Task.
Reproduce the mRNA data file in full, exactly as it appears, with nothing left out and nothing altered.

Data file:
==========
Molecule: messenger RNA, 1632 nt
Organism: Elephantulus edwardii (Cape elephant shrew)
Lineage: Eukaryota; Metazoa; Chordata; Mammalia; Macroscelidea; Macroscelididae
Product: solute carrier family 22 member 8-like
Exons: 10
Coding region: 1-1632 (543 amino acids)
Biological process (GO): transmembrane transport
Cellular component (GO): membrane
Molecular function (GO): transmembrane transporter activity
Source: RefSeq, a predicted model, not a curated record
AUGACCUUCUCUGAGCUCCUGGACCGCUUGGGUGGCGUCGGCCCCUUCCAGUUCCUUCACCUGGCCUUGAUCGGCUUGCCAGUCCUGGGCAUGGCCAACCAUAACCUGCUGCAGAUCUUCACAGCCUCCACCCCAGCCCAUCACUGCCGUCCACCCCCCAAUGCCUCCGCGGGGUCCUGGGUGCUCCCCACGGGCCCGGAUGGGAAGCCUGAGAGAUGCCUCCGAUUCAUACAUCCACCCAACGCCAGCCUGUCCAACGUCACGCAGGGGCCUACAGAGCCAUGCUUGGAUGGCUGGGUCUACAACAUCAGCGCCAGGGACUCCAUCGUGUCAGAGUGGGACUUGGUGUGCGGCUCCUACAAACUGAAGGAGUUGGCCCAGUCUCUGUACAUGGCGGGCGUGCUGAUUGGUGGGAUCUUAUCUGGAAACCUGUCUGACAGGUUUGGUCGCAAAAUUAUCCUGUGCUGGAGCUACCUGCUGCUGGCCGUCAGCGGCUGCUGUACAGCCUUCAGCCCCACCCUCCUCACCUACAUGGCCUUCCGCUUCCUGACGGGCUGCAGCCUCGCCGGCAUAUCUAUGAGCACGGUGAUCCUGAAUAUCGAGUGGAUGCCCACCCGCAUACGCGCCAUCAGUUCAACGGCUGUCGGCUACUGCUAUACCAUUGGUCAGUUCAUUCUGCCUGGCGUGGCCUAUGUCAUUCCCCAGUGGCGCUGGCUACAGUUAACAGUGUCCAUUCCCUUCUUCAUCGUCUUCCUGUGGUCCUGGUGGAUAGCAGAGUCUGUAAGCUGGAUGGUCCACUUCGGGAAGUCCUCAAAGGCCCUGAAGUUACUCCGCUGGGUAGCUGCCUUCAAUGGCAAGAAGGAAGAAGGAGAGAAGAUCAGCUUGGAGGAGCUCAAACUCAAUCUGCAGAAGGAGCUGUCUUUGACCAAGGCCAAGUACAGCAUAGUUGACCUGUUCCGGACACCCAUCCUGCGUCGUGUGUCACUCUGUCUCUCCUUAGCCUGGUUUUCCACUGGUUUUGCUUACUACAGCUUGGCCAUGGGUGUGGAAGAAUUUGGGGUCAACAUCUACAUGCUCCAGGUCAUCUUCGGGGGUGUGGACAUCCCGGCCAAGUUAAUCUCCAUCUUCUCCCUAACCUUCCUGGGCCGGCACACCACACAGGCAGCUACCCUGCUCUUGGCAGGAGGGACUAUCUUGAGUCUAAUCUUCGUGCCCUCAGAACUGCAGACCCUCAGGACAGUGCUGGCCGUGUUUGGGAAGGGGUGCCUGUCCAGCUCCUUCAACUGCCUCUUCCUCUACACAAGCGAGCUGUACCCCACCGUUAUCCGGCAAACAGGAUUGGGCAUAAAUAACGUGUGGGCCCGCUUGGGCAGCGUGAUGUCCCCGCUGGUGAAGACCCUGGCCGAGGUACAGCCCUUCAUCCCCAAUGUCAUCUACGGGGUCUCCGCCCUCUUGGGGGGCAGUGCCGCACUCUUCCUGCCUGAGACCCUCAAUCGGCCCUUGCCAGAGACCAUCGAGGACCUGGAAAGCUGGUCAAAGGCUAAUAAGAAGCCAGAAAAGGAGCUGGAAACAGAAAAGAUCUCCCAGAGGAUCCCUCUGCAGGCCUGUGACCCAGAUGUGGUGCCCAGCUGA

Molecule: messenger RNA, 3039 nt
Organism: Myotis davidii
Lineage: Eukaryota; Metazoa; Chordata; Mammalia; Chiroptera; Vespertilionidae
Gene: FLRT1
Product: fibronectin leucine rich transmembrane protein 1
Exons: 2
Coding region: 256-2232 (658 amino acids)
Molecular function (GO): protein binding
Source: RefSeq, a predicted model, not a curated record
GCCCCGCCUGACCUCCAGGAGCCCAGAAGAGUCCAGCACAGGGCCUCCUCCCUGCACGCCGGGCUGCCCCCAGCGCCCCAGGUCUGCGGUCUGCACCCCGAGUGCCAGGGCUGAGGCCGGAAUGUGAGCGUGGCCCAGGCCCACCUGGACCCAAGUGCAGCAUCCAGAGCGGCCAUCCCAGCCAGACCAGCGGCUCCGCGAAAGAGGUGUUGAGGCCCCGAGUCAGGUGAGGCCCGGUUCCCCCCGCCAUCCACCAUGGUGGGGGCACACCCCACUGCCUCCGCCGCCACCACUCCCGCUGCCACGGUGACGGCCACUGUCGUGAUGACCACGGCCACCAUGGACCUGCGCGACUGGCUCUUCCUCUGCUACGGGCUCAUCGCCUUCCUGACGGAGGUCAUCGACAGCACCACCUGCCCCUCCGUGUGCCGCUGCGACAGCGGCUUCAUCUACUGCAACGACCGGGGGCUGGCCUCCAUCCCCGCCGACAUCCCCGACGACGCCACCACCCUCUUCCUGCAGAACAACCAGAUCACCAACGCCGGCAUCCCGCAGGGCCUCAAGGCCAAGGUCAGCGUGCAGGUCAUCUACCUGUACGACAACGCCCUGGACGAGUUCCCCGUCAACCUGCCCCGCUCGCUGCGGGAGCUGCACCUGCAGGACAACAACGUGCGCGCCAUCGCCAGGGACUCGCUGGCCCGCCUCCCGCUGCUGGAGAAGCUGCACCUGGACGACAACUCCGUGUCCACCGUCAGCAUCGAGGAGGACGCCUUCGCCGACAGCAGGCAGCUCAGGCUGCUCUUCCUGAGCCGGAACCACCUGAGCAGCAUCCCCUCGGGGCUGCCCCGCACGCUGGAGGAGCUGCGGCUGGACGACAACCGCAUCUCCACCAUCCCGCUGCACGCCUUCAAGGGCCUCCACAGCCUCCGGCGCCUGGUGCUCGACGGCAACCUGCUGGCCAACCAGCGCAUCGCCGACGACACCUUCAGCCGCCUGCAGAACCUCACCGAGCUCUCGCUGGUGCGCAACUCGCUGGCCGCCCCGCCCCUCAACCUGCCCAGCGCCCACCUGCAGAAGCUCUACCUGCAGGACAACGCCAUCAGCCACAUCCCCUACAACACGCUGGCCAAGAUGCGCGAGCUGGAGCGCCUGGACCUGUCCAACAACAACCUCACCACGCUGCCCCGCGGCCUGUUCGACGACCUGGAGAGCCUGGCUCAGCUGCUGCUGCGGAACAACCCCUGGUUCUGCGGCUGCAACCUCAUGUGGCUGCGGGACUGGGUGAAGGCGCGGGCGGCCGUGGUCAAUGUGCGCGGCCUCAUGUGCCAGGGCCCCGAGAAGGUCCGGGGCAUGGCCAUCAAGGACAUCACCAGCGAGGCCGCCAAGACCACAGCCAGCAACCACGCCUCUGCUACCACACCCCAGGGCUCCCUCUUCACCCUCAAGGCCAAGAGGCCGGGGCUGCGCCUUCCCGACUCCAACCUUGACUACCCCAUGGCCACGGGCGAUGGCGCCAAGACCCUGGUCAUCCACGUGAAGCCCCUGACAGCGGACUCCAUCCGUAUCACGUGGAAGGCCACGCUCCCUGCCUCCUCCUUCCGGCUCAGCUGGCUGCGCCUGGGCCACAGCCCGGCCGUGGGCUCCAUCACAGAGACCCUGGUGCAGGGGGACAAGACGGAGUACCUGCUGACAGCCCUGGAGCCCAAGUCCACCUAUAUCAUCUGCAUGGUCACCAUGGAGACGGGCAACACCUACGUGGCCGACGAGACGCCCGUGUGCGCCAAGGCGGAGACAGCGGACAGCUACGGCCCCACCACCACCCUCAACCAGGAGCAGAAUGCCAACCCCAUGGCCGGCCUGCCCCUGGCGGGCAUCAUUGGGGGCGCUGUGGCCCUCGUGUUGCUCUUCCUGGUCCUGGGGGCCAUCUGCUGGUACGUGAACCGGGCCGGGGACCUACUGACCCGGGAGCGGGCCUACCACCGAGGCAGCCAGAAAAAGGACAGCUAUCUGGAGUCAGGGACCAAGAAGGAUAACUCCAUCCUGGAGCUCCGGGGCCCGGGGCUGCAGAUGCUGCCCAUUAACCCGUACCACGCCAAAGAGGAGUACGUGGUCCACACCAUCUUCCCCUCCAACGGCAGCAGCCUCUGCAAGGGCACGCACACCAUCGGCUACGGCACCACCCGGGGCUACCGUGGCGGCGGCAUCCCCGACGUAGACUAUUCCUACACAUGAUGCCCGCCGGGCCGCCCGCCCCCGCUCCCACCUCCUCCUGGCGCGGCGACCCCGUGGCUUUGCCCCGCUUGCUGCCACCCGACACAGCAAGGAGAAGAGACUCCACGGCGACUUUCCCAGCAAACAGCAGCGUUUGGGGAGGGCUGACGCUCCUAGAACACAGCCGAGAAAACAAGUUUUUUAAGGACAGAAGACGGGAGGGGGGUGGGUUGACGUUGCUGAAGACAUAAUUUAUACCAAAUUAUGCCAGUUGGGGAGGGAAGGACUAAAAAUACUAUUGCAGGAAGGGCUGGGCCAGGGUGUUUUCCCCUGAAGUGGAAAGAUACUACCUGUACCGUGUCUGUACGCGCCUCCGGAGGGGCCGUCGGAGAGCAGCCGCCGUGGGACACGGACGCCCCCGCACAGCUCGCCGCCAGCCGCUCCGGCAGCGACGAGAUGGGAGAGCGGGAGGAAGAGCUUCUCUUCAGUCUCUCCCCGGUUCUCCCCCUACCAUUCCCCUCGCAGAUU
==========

Molecule: messenger RNA, 1632 nt
Organism: Elephantulus edwardii (Cape elephant shrew)
Lineage: Eukaryota; Metazoa; Chordata; Mammalia; Macroscelidea; Macroscelididae
Product: solute carrier family 22 member 8-like
Exons: 10
Coding region: 1-1632 (543 amino acids)
Biological process (GO): transmembrane transport
Cellular component (GO): membrane
Molecular function (GO): transmembrane transporter activity
Source: RefSeq, a predicted model, not a curated record
AUGACCUUCUCUGAGCUCCUGGACCGCUUGGGUGGCGUCGGCCCCUUCCAGUUCCUUCACCUGGCCUUGAUCGGCUUGCCAGUCCUGGGCAUGGCCAACCAUAACCUGCUGCAGAUCUUCACAGCCUCCACCCCAGCCCAUCACUGCCGUCCACCCCCCAAUGCCUCCGCGGGGUCCUGGGUGCUCCCCACGGGCCCGGAUGGGAAGCCUGAGAGAUGCCUCCGAUUCAUACAUCCACCCAACGCCAGCCUGUCCAACGUCACGCAGGGGCCUACAGAGCCAUGCUUGGAUGGCUGGGUCUACAACAUCAGCGCCAGGGACUCCAUCGUGUCAGAGUGGGACUUGGUGUGCGGCUCCUACAAACUGAAGGAGUUGGCCCAGUCUCUGUACAUGGCGGGCGUGCUGAUUGGUGGGAUCUUAUCUGGAAACCUGUCUGACAGGUUUGGUCGCAAAAUUAUCCUGUGCUGGAGCUACCUGCUGCUGGCCGUCAGCGGCUGCUGUACAGCCUUCAGCCCCACCCUCCUCACCUACAUGGCCUUCCGCUUCCUGACGGGCUGCAGCCUCGCCGGCAUAUCUAUGAGCACGGUGAUCCUGAAUAUCGAGUGGAUGCCCACCCGCAUACGCGCCAUCAGUUCAACGGCUGUCGGCUACUGCUAUACCAUUGGUCAGUUCAUUCUGCCUGGCGUGGCCUAUGUCAUUCCCCAGUGGCGCUGGCUACAGUUAACAGUGUCCAUUCCCUUCUUCAUCGUCUUCCUGUGGUCCUGGUGGAUAGCAGAGUCUGUAAGCUGGAUGGUCCACUUCGGGAAGUCCUCAAAGGCCCUGAAGUUACUCCGCUGGGUAGCUGCCUUCAAUGGCAAGAAGGAAGAAGGAGAGAAGAUCAGCUUGGAGGAGCUCAAACUCAAUCUGCAGAAGGAGCUGUCUUUGACCAAGGCCAAGUACAGCAUAGUUGACCUGUUCCGGACACCCAUCCUGCGUCGUGUGUCACUCUGUCUCUCCUUAGCCUGGUUUUCCACUGGUUUUGCUUACUACAGCUUGGCCAUGGGUGUGGAAGAAUUUGGGGUCAACAUCUACAUGCUCCAGGUCAUCUUCGGGGGUGUGGACAUCCCGGCCAAGUUAAUCUCCAUCUUCUCCCUAACCUUCCUGGGCCGGCACACCACACAGGCAGCUACCCUGCUCUUGGCAGGAGGGACUAUCUUGAGUCUAAUCUUCGUGCCCUCAGAACUGCAGACCCUCAGGACAGUGCUGGCCGUGUUUGGGAAGGGGUGCCUGUCCAGCUCCUUCAACUGCCUCUUCCUCUACACAAGCGAGCUGUACCCCACCGUUAUCCGGCAAACAGGAUUGGGCAUAAAUAACGUGUGGGCCCGCUUGGGCAGCGUGAUGUCCCCGCUGGUGAAGACCCUGGCCGAGGUACAGCCCUUCAUCCCCAAUGUCAUCUACGGGGUCUCCGCCCUCUUGGGGGGCAGUGCCGCACUCUUCCUGCCUGAGACCCUCAAUCGGCCCUUGCCAGAGACCAUCGAGGACCUGGAAAGCUGGUCAAAGGCUAAUAAGAAGCCAGAAAAGGAGCUGGAAACAGAAAAGAUCUCCCAGAGGAUCCCUCUGCAGGCCUGUGACCCAGAUGUGGUGCCCAGCUGA

Molecule: messenger RNA, 3039 nt
Organism: Myotis davidii
Lineage: Eukaryota; Metazoa; Chordata; Mammalia; Chiroptera; Vespertilionidae
Gene: FLRT1
Product: fibronectin leucine rich transmembrane protein 1
Exons: 2
Coding region: 256-2232 (658 amino acids)
Molecular function (GO): protein binding
Source: RefSeq, a predicted model, not a curated record
GCCCCGCCUGACCUCCAGGAGCCCAGAAGAGUCCAGCACAGGGCCUCCUCCCUGCACGCCGGGCUGCCCCCAGCGCCCCAGGUCUGCGGUCUGCACCCCGAGUGCCAGGGCUGAGGCCGGAAUGUGAGCGUGGCCCAGGCCCACCUGGACCCAAGUGCAGCAUCCAGAGCGGCCAUCCCAGCCAGACCAGCGGCUCCGCGAAAGAGGUGUUGAGGCCCCGAGUCAGGUGAGGCCCGGUUCCCCCCGCCAUCCACCAUGGUGGGGGCACACCCCACUGCCUCCGCCGCCACCACUCCCGCUGCCACGGUGACGGCCACUGUCGUGAUGACCACGGCCACCAUGGACCUGCGCGACUGGCUCUUCCUCUGCUACGGGCUCAUCGCCUUCCUGACGGAGGUCAUCGACAGCACCACCUGCCCCUCCGUGUGCCGCUGCGACAGCGGCUUCAUCUACUGCAACGACCGGGGGCUGGCCUCCAUCCCCGCCGACAUCCCCGACGACGCCACCACCCUCUUCCUGCAGAACAACCAGAUCACCAACGCCGGCAUCCCGCAGGGCCUCAAGGCCAAGGUCAGCGUGCAGGUCAUCUACCUGUACGACAACGCCCUGGACGAGUUCCCCGUCAACCUGCCCCGCUCGCUGCGGGAGCUGCACCUGCAGGACAACAACGUGCGCGCCAUCGCCAGGGACUCGCUGGCCCGCCUCCCGCUGCUGGAGAAGCUGCACCUGGACGACAACUCCGUGUCCACCGUCAGCAUCGAGGAGGACGCCUUCGCCGACAGCAGGCAGCUCAGGCUGCUCUUCCUGAGCCGGAACCACCUGAGCAGCAUCCCCUCGGGGCUGCCCCGCACGCUGGAGGAGCUGCGGCUGGACGACAACCGCAUCUCCACCAUCCCGCUGCACGCCUUCAAGGGCCUCCACAGCCUCCGGCGCCUGGUGCUCGACGGCAACCUGCUGGCCAACCAGCGCAUCGCCGACGACACCUUCAGCCGCCUGCAGAACCUCACCGAGCUCUCGCUGGUGCGCAACUCGCUGGCCGCCCCGCCCCUCAACCUGCCCAGCGCCCACCUGCAGAAGCUCUACCUGCAGGACAACGCCAUCAGCCACAUCCCCUACAACACGCUGGCCAAGAUGCGCGAGCUGGAGCGCCUGGACCUGUCCAACAACAACCUCACCACGCUGCCCCGCGGCCUGUUCGACGACCUGGAGAGCCUGGCUCAGCUGCUGCUGCGGAACAACCCCUGGUUCUGCGGCUGCAACCUCAUGUGGCUGCGGGACUGGGUGAAGGCGCGGGCGGCCGUGGUCAAUGUGCGCGGCCUCAUGUGCCAGGGCCCCGAGAAGGUCCGGGGCAUGGCCAUCAAGGACAUCACCAGCGAGGCCGCCAAGACCACAGCCAGCAACCACGCCUCUGCUACCACACCCCAGGGCUCCCUCUUCACCCUCAAGGCCAAGAGGCCGGGGCUGCGCCUUCCCGACUCCAACCUUGACUACCCCAUGGCCACGGGCGAUGGCGCCAAGACCCUGGUCAUCCACGUGAAGCCCCUGACAGCGGACUCCAUCCGUAUCACGUGGAAGGCCACGCUCCCUGCCUCCUCCUUCCGGCUCAGCUGGCUGCGCCUGGGCCACAGCCCGGCCGUGGGCUCCAUCACAGAGACCCUGGUGCAGGGGGACAAGACGGAGUACCUGCUGACAGCCCUGGAGCCCAAGUCCACCUAUAUCAUCUGCAUGGUCACCAUGGAGACGGGCAACACCUACGUGGCCGACGAGACGCCCGUGUGCGCCAAGGCGGAGACAGCGGACAGCUACGGCCCCACCACCACCCUCAACCAGGAGCAGAAUGCCAACCCCAUGGCCGGCCUGCCCCUGGCGGGCAUCAUUGGGGGCGCUGUGGCCCUCGUGUUGCUCUUCCUGGUCCUGGGGGCCAUCUGCUGGUACGUGAACCGGGCCGGGGACCUACUGACCCGGGAGCGGGCCUACCACCGAGGCAGCCAGAAAAAGGACAGCUAUCUGGAGUCAGGGACCAAGAAGGAUAACUCCAUCCUGGAGCUCCGGGGCCCGGGGCUGCAGAUGCUGCCCAUUAACCCGUACCACGCCAAAGAGGAGUACGUGGUCCACACCAUCUUCCCCUCCAACGGCAGCAGCCUCUGCAAGGGCACGCACACCAUCGGCUACGGCACCACCCGGGGCUACCGUGGCGGCGGCAUCCCCGACGUAGACUAUUCCUACACAUGAUGCCCGCCGGGCCGCCCGCCCCCGCUCCCACCUCCUCCUGGCGCGGCGACCCCGUGGCUUUGCCCCGCUUGCUGCCACCCGACACAGCAAGGAGAAGAGACUCCACGGCGACUUUCCCAGCAAACAGCAGCGUUUGGGGAGGGCUGACGCUCCUAGAACACAGCCGAGAAAACAAGUUUUUUAAGGACAGAAGACGGGAGGGGGGUGGGUUGACGUUGCUGAAGACAUAAUUUAUACCAAAUUAUGCCAGUUGGGGAGGGAAGGACUAAAAAUACUAUUGCAGGAAGGGCUGGGCCAGGGUGUUUUCCCCUGAAGUGGAAAGAUACUACCUGUACCGUGUCUGUACGCGCCUCCGGAGGGGCCGUCGGAGAGCAGCCGCCGUGGGACACGGACGCCCCCGCACAGCUCGCCGCCAGCCGCUCCGGCAGCGACGAGAUGGGAGAGCGGGAGGAAGAGCUUCUCUUCAGUCUCUCCCCGGUUCUCCCCCUACCAUUCCCCUCGCAGAUU